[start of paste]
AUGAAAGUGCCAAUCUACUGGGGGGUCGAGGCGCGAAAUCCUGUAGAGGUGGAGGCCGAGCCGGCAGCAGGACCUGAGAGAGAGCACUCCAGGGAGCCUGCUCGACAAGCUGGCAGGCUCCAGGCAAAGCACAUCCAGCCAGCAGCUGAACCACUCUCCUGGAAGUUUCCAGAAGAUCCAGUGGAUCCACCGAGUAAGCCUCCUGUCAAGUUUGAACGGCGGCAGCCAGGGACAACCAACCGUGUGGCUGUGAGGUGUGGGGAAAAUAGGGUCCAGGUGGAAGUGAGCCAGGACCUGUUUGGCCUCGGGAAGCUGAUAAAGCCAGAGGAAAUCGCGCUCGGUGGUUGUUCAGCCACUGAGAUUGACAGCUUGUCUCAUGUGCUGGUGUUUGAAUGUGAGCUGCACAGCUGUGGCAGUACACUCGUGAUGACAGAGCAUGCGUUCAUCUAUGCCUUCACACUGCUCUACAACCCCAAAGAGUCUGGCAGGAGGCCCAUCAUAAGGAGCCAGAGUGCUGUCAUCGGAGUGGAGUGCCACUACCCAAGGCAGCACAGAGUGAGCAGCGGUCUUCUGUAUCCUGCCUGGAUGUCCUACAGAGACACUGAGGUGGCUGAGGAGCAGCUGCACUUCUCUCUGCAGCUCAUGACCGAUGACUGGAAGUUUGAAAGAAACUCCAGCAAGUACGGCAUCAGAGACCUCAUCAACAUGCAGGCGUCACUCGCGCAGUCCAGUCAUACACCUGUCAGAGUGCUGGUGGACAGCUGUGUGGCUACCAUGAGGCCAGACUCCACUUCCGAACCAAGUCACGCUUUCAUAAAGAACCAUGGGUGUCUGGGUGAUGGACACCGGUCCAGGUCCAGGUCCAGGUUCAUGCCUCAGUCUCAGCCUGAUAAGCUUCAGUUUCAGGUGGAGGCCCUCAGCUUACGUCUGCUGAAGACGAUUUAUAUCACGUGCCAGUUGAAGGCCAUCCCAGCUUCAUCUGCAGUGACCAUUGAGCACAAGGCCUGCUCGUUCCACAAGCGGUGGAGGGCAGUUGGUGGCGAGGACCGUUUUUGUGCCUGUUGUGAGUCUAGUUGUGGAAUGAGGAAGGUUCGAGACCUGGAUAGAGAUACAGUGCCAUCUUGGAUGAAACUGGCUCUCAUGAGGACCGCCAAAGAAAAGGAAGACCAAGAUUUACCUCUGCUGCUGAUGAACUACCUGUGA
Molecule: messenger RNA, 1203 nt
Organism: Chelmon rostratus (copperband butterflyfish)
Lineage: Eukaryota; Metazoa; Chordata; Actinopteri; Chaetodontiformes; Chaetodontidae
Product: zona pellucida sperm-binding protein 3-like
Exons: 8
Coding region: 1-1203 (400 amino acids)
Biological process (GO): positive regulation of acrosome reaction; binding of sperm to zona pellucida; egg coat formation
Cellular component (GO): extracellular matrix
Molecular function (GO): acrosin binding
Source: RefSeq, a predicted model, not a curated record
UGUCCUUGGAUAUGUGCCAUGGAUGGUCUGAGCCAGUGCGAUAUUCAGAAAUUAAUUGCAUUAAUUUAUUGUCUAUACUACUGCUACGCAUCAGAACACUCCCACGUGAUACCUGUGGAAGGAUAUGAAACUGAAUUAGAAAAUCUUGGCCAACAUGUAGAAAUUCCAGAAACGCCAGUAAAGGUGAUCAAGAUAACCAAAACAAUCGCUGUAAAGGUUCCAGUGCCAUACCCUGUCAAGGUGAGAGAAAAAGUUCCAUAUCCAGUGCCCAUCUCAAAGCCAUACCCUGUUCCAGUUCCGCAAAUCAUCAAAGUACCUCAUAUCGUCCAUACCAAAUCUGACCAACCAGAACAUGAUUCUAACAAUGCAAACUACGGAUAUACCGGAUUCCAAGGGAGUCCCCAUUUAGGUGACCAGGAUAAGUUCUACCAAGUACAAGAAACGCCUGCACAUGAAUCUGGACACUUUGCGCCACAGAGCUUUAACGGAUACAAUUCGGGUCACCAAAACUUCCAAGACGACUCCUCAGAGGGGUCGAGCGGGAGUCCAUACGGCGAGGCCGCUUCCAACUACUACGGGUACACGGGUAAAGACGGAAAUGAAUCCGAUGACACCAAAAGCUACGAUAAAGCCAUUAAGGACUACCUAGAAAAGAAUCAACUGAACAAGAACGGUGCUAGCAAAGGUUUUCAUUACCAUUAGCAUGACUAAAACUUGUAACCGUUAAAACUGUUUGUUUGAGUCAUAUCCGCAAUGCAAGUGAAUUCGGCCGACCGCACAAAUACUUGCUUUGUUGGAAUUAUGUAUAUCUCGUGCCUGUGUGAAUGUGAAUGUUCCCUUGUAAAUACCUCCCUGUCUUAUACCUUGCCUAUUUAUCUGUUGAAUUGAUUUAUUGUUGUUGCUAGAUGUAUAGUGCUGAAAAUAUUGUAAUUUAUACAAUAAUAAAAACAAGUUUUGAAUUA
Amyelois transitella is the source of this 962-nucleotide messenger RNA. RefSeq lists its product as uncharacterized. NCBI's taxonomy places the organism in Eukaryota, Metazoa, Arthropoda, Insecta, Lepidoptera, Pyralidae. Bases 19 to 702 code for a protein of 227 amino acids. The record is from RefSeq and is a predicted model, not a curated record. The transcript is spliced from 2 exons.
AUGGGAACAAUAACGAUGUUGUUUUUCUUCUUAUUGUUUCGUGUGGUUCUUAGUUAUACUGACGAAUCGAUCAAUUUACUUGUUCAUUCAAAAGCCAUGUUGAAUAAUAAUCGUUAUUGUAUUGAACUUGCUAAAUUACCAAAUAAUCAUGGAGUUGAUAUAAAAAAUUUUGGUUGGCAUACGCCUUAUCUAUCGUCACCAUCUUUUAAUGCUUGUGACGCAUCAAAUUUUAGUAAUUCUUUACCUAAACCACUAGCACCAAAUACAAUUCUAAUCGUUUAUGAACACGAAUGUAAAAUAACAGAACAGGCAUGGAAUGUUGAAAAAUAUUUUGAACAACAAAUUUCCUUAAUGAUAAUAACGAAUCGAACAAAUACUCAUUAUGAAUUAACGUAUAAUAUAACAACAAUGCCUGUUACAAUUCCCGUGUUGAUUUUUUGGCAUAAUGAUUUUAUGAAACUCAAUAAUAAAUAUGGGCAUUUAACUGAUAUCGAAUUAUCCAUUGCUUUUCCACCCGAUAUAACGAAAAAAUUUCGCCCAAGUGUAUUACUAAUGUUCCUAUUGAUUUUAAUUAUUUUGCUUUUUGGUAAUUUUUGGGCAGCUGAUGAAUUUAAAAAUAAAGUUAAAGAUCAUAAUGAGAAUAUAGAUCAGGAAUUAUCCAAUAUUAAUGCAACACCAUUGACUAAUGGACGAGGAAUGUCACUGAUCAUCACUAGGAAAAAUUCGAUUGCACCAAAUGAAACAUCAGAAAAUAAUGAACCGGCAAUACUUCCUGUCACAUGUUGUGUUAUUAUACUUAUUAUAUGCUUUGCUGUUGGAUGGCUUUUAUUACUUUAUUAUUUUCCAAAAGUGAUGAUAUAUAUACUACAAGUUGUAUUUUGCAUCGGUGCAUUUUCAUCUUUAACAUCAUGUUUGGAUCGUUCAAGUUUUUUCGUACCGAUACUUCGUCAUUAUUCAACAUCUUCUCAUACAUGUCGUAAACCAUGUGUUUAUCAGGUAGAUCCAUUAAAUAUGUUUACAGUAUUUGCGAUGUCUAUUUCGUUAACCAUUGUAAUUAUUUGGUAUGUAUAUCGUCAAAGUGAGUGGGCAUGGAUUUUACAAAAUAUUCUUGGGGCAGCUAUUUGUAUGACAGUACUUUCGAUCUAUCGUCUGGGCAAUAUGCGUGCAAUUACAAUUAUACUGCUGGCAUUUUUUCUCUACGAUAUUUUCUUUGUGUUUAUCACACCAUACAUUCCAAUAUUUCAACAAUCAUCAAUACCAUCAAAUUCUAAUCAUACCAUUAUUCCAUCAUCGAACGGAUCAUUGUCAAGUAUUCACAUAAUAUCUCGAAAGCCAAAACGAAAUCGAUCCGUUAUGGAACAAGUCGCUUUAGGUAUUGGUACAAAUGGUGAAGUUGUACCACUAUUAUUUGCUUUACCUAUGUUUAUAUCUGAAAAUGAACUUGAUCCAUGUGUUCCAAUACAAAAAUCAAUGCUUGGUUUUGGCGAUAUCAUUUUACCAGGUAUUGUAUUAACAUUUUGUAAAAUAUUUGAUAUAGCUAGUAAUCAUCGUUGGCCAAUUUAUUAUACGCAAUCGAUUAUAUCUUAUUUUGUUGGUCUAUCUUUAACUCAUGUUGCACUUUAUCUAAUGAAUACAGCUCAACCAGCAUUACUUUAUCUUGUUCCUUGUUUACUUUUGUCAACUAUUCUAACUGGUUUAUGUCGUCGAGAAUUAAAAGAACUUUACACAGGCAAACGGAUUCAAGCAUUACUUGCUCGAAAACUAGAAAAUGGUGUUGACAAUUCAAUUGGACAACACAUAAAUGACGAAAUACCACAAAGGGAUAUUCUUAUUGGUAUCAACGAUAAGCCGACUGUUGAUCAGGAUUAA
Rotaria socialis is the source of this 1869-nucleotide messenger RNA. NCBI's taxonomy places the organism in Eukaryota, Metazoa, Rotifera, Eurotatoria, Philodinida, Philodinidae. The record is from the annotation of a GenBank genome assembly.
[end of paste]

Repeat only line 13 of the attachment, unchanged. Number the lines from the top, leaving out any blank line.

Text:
Amyelois transitella is the source of this 962-nucleotide messenger RNA. RefSeq lists its product as uncharacterized. NCBI's taxonomy places the organism in Eukaryota, Metazoa, Arthropoda, Insecta, Lepidoptera, Pyralidae. Bases 19 to 702 code for a protein of 227 amino acids. The record is from RefSeq and is a predicted model, not a curated record. The transcript is spliced from 2 exons.